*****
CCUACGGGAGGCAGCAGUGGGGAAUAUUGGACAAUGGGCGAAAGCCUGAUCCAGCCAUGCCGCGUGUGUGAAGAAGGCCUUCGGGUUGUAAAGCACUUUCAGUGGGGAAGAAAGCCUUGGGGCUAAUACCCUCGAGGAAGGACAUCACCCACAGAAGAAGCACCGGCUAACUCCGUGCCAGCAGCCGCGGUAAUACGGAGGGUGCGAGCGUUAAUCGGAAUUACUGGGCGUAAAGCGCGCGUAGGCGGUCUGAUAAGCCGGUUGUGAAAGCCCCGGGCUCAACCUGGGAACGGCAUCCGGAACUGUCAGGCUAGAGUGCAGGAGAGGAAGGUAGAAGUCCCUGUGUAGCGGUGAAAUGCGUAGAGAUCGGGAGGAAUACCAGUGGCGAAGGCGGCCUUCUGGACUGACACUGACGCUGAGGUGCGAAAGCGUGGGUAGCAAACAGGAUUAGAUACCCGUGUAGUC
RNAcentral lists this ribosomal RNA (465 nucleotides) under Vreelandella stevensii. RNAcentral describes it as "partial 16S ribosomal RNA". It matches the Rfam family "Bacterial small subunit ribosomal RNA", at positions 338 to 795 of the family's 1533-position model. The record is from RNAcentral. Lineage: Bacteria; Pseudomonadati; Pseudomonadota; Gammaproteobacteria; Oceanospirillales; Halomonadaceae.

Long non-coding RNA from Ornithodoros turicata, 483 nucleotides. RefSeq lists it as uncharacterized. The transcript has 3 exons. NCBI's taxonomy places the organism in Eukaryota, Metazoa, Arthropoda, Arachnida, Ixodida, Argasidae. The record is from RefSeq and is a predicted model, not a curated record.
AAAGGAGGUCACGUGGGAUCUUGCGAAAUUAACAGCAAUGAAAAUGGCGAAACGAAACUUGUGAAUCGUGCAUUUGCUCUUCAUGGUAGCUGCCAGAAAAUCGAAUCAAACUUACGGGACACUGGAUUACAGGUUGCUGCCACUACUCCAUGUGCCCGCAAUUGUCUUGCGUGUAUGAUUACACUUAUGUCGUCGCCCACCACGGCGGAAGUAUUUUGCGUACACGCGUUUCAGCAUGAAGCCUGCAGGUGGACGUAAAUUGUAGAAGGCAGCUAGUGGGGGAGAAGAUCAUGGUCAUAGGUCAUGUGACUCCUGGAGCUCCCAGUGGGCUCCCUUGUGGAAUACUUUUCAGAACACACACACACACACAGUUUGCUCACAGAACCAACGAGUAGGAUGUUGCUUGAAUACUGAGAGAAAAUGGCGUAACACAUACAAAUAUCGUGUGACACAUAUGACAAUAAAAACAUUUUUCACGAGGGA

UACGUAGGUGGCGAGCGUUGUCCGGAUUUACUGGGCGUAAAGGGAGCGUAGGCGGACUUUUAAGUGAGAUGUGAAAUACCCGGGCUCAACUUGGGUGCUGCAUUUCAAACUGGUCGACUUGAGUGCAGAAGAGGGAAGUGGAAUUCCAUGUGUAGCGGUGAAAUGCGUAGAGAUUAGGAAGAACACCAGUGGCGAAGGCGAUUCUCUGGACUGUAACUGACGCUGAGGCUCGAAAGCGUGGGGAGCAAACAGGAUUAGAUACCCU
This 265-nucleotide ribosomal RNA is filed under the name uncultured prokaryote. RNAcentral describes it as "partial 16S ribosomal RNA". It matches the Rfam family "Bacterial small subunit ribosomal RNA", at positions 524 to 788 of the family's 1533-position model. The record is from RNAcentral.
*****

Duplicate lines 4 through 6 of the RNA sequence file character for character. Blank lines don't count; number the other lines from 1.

AAAGGAGGUCACGUGGGAUCUUGCGAAAUUAACAGCAAUGAAAAUGGCGAAACGAAACUUGUGAAUCGUGCAUUUGCUCUUCAUGGUAGCUGCCAGAAAAUCGAAUCAAACUUACGGGACACUGGAUUACAGGUUGCUGCCACUACUCCAUGUGCCCGCAAUUGUCUUGCGUGUAUGAUUACACUUAUGUCGUCGCCCACCACGGCGGAAGUAUUUUGCGUACACGCGUUUCAGCAUGAAGCCUGCAGGUGGACGUAAAUUGUAGAAGGCAGCUAGUGGGGGAGAAGAUCAUGGUCAUAGGUCAUGUGACUCCUGGAGCUCCCAGUGGGCUCCCUUGUGGAAUACUUUUCAGAACACACACACACACACAGUUUGCUCACAGAACCAACGAGUAGGAUGUUGCUUGAAUACUGAGAGAAAAUGGCGUAACACAUACAAAUAUCGUGUGACACAUAUGACAAUAAAAACAUUUUUCACGAGGGA

UACGUAGGUGGCGAGCGUUGUCCGGAUUUACUGGGCGUAAAGGGAGCGUAGGCGGACUUUUAAGUGAGAUGUGAAAUACCCGGGCUCAACUUGGGUGCUGCAUUUCAAACUGGUCGACUUGAGUGCAGAAGAGGGAAGUGGAAUUCCAUGUGUAGCGGUGAAAUGCGUAGAGAUUAGGAAGAACACCAGUGGCGAAGGCGAUUCUCUGGACUGUAACUGACGCUGAGGCUCGAAAGCGUGGGGAGCAAACAGGAUUAGAUACCCU
This 265-nucleotide ribosomal RNA is filed under the name uncultured prokaryote. RNAcentral describes it as "partial 16S ribosomal RNA". It matches the Rfam family "Bacterial small subunit ribosomal RNA", at positions 524 to 788 of the family's 1533-position model. The record is from RNAcentral.